Frequently asked questions


What is "Tax Inspectors Without Borders (TIWB)"?

The TIWB initiative facilitates the transfer of tax audit knowledge and skills to developing country tax administrations using a practical, "learning by doing" approach. Experienced tax auditors work on current tax audits and international tax issues alongside local tax officials in assistance-requesting countries under a TIWB programme whereby they share their expertise and skills.



How does it work?

Host Administrations request audit assistance by initially completing an online Assistance Request form which allows the TIWB Secretariat to match an appropriate Expert from its network of Partner Administrations or the TIWB Roster of Experts.

TIWB programmes are flexible and tailored to a country's specific needs. They can include pre-audit risk assessment and case selection, investigatory techniques, audit cases involving transfer pricing issues, anti-avoidance rules, or sector-specific issues (e.g. natural resources, e-commerce, financial services or telecommunications).

It is important to note that TIWBExperts are not a substitute for local audit staff nor deployed to carry out audit work where no Host Administration personnel are involved. TIWB is about sharing expertise by working side-by-side, building skills through practical, case-based co-operation.



What is new and why is it different?

There is growing evidence that technical assistance, and other Official Development Assistance (ODA), financed support for tax work, has been money well spent. The International Monetary Fund, the World Bank Group and bilateral donors have been active in this field for decades. However, developing countries have indicated that there is a gap in the provision of practical audit expertise, particularly concerning the fast-moving and complex area of international taxation, including transfer pricing. There is no international initiative dedicated to this kind of hands-on approach to capacity building. TIWB is intended to fill this gap.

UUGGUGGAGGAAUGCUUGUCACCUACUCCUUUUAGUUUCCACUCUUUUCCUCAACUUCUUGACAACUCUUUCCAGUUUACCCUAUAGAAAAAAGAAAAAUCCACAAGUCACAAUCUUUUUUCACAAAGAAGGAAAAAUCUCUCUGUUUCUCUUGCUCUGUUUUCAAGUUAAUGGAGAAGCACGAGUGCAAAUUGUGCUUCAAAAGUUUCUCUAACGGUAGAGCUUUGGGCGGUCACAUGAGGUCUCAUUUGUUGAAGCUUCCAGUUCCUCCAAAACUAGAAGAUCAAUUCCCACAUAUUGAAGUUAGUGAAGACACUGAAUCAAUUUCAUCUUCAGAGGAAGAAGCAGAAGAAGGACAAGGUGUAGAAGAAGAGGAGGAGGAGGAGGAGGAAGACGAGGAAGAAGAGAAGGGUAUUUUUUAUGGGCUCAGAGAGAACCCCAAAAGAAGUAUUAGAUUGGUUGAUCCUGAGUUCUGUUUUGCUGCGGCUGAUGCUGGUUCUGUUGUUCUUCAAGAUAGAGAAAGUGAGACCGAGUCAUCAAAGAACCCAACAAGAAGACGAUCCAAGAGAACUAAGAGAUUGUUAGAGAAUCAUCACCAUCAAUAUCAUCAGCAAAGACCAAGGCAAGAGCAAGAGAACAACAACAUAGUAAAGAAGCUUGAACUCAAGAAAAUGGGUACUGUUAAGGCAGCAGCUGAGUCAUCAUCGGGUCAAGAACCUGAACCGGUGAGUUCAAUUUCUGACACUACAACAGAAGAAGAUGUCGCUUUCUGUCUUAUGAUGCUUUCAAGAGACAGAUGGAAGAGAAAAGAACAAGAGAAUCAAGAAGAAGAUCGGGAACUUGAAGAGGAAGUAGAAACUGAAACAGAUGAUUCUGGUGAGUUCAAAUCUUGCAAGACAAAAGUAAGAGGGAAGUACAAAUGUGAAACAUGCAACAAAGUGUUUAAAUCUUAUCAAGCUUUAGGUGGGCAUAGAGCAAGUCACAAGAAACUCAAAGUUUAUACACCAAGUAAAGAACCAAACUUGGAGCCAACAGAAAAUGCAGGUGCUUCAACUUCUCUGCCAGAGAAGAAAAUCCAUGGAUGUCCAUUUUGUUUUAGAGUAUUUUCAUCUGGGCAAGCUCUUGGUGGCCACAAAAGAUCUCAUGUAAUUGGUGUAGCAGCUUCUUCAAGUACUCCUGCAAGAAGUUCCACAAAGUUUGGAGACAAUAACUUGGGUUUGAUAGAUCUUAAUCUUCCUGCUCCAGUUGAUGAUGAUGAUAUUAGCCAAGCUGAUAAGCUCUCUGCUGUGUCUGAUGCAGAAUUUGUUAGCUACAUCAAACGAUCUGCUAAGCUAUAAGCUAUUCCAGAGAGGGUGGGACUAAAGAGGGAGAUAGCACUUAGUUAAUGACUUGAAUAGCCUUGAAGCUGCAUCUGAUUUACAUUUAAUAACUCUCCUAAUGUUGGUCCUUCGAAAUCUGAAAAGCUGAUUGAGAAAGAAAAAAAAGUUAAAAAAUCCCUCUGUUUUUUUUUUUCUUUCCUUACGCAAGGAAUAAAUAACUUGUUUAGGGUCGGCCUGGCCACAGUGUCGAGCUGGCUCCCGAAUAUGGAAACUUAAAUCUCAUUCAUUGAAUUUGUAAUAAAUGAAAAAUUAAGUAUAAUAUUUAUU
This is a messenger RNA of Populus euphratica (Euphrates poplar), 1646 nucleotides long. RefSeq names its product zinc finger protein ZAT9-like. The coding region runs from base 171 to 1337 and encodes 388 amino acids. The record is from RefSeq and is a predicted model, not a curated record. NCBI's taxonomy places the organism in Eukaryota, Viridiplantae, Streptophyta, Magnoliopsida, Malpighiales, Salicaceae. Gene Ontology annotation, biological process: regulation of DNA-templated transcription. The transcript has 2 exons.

What are the benefits to Host Administration countries and jurisdictions in terms of revenues?

Practical audit assistance to develop tax audit skills and effective audit processes is an area which can improve the quality and consistency of frontline tax administrations. For Host Administrations, improvements in tax audit knowledge and skills can result in increased revenue, particularly in the area of transfer pricing and international taxation. Evidence of revenue increases gathered during TIWB's Pilot Phase involving includes:

  • Transfer pricing audits in Colombia (anonymised audit files) created a significant increase in profit tax revenue (from USD 3.3 million in 2011 to USD 33.2 million in 2014); 
  • In Kenya, every dollar spent working with the tax authorities on cracking down on tax avoidance produced over USD 1,000 in increased revenues; and
  • Senegal reported increased revenue as a result of their TIWB Programme: adjustments resulted in an additional USD 18.6 million of tax income (CFA Franc 8 billion).



What are the other benefits to Host Administration countries?

Broader benefits include:

  • Improved voluntary compliance. Support provided by TIWB Experts working with Host Administrations sends an important signal to all taxpayers concerning transparency and fairness in tax administration;
  • Increased professional confidence in conducting audits;
  • More certainty and consistency for business, as well as a more transparent investment climate;